Sadly, Grey Feather won't be joining us here in Australia until 2012.  She will foal at the Little Cayuse Ranch in New Mexico in July and we are all excited to see this little one.  I hope to have her on her way by early to mid next year all going to plan!

Neosho at the Cayuse Ranch before beginning his long journey

Tuesday, January 25, 2011

All About Scout

It is just short of 2 years now since Scout joined me here in Australia.  I took a big risk with her buying her sight unseen and investing so much in her without even knowing if we would connect.  It has been a huge learning curve for me over this time, finding my way with her, learning how to communicate with her and all the differences that the Spanish Mustang breed hold. 

I have had many times of despair however they are hard to even remember now that we have connected on such a deep level.  Scout has taught me more than I could ever have imagined and she has done it in her characteristic patient and grounded way.  

I recently sent her to a trainer to have her started to saddle.  I had done some work with her prior and had ridden her a number of times but lacked a confidence in my ability so decided someone else would be better to teach Scout what I felt I couldn't.  Two weeks after her arrival at the trainer I received a phone call telling me to come and pick her up as the rain hadn't stopped and they had been unable to work the horses.  After two weeks at the trainers standing in a stable and small yard with no training, Scout was less than impressed with me.  When I picked her up she showed me that by sniffing my hand then taking off in the other direction and glaring at me while letting out a loud snort.  She forgave me very quickly which is her way and with the help of my kind friends support telling me Scout was waiting for me to just trust myself and her ,I finally stepped up to the plate and the magic started.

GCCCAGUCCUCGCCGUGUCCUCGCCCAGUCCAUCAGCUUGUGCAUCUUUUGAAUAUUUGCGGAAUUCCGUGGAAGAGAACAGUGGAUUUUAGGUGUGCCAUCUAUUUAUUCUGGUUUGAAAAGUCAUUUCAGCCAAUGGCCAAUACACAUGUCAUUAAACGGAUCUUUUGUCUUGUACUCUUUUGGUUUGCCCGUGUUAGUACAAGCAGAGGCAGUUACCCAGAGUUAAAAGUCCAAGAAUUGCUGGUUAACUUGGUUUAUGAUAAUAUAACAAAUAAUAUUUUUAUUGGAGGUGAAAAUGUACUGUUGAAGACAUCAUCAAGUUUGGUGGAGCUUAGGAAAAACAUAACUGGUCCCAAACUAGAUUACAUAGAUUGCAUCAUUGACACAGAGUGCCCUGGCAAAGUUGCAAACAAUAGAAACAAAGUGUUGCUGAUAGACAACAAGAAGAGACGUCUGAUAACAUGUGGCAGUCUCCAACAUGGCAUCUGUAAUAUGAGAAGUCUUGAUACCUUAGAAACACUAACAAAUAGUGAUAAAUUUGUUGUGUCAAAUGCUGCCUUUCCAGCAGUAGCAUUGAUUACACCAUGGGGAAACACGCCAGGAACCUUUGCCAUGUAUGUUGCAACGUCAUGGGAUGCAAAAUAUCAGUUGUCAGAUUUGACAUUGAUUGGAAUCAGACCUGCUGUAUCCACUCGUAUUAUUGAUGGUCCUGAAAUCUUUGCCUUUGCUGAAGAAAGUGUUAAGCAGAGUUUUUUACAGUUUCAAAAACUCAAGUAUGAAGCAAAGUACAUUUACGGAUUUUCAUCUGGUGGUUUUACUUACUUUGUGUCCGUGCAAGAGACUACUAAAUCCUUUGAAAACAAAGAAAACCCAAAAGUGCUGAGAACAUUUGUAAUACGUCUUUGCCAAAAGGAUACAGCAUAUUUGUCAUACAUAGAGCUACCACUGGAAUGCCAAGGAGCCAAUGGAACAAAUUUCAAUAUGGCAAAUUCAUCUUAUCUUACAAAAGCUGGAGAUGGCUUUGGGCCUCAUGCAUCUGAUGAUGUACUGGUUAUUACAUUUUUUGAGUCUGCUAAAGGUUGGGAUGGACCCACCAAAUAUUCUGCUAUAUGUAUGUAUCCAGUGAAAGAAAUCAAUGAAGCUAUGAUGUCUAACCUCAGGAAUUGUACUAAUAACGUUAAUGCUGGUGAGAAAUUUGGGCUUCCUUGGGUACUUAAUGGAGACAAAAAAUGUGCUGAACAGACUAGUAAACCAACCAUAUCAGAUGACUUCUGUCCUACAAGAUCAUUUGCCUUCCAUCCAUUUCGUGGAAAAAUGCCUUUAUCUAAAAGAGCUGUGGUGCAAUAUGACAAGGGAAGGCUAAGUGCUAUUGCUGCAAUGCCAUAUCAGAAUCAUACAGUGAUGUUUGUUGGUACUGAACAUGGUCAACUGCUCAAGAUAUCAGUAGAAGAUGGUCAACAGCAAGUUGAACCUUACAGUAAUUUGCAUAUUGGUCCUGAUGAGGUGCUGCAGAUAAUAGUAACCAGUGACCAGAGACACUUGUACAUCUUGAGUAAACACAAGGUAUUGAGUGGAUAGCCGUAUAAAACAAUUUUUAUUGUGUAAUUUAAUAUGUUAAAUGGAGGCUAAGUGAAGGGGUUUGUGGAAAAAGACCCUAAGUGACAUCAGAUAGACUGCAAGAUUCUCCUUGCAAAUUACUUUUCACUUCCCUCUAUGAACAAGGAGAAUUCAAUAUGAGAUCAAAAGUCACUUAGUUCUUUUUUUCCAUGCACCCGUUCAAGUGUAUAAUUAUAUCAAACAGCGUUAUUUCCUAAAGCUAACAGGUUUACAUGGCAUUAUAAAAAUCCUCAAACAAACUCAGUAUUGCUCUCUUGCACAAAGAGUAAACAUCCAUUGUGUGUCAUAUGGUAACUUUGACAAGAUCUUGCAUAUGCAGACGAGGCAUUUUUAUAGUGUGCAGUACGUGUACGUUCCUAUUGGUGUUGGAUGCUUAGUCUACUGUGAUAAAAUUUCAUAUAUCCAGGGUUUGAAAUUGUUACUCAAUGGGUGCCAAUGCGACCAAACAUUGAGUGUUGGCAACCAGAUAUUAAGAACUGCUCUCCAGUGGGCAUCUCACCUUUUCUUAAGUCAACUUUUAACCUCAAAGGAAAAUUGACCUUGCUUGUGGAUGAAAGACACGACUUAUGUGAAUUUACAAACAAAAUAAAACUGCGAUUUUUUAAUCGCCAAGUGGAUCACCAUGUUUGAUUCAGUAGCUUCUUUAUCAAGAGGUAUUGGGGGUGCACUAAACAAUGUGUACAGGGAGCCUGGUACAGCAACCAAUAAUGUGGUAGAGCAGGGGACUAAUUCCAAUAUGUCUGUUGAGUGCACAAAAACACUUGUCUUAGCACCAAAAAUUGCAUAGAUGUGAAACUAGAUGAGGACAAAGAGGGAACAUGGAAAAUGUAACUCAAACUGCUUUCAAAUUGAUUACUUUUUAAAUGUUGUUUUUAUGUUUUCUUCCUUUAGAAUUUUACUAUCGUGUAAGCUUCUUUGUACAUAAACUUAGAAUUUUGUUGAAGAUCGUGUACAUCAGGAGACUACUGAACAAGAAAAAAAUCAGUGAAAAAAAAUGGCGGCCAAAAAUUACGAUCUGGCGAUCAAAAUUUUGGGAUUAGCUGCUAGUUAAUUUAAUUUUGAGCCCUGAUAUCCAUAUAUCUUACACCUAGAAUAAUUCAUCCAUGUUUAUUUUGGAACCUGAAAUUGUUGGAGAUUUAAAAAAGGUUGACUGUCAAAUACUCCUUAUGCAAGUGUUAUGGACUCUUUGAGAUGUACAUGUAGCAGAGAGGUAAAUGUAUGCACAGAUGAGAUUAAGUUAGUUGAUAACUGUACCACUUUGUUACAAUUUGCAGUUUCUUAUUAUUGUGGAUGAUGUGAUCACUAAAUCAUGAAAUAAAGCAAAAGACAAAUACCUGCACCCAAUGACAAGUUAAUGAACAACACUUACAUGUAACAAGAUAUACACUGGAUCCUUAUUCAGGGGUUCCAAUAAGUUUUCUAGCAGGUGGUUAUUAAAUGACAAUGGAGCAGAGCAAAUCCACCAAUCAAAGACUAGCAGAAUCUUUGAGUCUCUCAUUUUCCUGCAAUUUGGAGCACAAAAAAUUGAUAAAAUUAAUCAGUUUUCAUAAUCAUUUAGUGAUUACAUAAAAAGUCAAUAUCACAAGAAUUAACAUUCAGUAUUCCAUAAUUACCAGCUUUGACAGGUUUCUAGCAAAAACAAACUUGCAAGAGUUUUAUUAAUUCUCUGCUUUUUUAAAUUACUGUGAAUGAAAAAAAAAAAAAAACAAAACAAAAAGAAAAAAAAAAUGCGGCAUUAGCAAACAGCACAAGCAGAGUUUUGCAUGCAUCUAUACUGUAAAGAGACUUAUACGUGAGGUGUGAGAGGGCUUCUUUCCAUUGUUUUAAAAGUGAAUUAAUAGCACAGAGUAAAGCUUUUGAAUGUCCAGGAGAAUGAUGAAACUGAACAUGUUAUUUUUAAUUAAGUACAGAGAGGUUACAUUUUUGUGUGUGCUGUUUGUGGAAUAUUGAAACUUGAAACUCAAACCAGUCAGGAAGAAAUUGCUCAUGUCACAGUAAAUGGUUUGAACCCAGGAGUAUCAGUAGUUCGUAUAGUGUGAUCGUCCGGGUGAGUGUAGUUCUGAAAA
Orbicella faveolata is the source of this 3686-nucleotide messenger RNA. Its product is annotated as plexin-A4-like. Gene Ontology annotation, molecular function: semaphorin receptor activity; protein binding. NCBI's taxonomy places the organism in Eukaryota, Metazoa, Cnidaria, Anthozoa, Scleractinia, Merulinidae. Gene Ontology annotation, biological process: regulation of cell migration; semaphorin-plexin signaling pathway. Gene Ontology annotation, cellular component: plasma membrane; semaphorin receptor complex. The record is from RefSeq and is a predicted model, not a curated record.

Nothing could have prepared me for the connection and experiences I am having with Scout now.  I am commitment phobic on all levels in my life and this does include my animals.  The very special and patient ones plug away at me and breakthrough but that is rare and has only ever been achieved by my horse Sienna and my dog Storm.  Scout seems to have been the next one to have broken through.  What a gift it is to spend time with her now that we trust each other.